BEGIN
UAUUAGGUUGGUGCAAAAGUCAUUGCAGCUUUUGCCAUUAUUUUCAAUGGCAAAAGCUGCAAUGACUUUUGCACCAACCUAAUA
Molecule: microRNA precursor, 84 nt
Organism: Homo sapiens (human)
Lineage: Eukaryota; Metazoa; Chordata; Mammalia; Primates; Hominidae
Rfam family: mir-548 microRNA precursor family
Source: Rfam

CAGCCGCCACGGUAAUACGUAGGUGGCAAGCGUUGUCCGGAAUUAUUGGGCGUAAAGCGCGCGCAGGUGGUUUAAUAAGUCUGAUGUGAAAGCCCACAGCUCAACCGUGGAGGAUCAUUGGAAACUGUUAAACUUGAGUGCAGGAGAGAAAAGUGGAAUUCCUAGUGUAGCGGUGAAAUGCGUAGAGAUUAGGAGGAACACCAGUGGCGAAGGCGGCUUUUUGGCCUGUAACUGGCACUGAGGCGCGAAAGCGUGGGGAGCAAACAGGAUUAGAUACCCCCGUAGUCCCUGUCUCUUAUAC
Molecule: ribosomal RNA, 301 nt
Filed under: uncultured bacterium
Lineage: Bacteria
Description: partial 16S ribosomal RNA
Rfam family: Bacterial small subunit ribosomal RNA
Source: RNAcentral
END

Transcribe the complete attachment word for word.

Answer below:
UAUUAGGUUGGUGCAAAAGUCAUUGCAGCUUUUGCCAUUAUUUUCAAUGGCAAAAGCUGCAAUGACUUUUGCACCAACCUAAUA
Molecule: microRNA precursor, 84 nt
Organism: Homo sapiens (human)
Lineage: Eukaryota; Metazoa; Chordata; Mammalia; Primates; Hominidae
Rfam family: mir-548 microRNA precursor family
Source: Rfam

CAGCCGCCACGGUAAUACGUAGGUGGCAAGCGUUGUCCGGAAUUAUUGGGCGUAAAGCGCGCGCAGGUGGUUUAAUAAGUCUGAUGUGAAAGCCCACAGCUCAACCGUGGAGGAUCAUUGGAAACUGUUAAACUUGAGUGCAGGAGAGAAAAGUGGAAUUCCUAGUGUAGCGGUGAAAUGCGUAGAGAUUAGGAGGAACACCAGUGGCGAAGGCGGCUUUUUGGCCUGUAACUGGCACUGAGGCGCGAAAGCGUGGGGAGCAAACAGGAUUAGAUACCCCCGUAGUCCCUGUCUCUUAUAC
Molecule: ribosomal RNA, 301 nt
Filed under: uncultured bacterium
Lineage: Bacteria
Description: partial 16S ribosomal RNA
Rfam family: Bacterial small subunit ribosomal RNA
Source: RNAcentral